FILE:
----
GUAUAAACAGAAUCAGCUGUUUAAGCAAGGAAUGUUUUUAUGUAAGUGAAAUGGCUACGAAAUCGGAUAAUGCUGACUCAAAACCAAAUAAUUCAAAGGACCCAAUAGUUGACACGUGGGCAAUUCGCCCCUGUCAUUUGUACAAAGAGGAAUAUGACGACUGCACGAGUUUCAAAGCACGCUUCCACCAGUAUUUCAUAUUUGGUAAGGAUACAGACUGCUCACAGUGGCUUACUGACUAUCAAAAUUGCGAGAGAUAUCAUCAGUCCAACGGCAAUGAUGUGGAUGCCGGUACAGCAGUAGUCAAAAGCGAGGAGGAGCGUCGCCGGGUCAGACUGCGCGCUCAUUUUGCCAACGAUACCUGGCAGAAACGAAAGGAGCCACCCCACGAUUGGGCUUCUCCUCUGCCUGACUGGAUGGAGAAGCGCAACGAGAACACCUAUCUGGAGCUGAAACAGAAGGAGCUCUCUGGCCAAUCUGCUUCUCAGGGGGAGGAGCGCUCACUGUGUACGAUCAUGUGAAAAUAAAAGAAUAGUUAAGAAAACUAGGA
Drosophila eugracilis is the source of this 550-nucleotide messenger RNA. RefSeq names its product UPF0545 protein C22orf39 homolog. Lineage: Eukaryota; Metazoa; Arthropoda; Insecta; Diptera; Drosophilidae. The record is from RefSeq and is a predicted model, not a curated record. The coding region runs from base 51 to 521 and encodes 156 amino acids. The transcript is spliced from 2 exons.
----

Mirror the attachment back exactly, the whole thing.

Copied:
GUAUAAACAGAAUCAGCUGUUUAAGCAAGGAAUGUUUUUAUGUAAGUGAAAUGGCUACGAAAUCGGAUAAUGCUGACUCAAAACCAAAUAAUUCAAAGGACCCAAUAGUUGACACGUGGGCAAUUCGCCCCUGUCAUUUGUACAAAGAGGAAUAUGACGACUGCACGAGUUUCAAAGCACGCUUCCACCAGUAUUUCAUAUUUGGUAAGGAUACAGACUGCUCACAGUGGCUUACUGACUAUCAAAAUUGCGAGAGAUAUCAUCAGUCCAACGGCAAUGAUGUGGAUGCCGGUACAGCAGUAGUCAAAAGCGAGGAGGAGCGUCGCCGGGUCAGACUGCGCGCUCAUUUUGCCAACGAUACCUGGCAGAAACGAAAGGAGCCACCCCACGAUUGGGCUUCUCCUCUGCCUGACUGGAUGGAGAAGCGCAACGAGAACACCUAUCUGGAGCUGAAACAGAAGGAGCUCUCUGGCCAAUCUGCUUCUCAGGGGGAGGAGCGCUCACUGUGUACGAUCAUGUGAAAAUAAAAGAAUAGUUAAGAAAACUAGGA
Drosophila eugracilis is the source of this 550-nucleotide messenger RNA. RefSeq names its product UPF0545 protein C22orf39 homolog. Lineage: Eukaryota; Metazoa; Arthropoda; Insecta; Diptera; Drosophilidae. The record is from RefSeq and is a predicted model, not a curated record. The coding region runs from base 51 to 521 and encodes 156 amino acids. The transcript is spliced from 2 exons.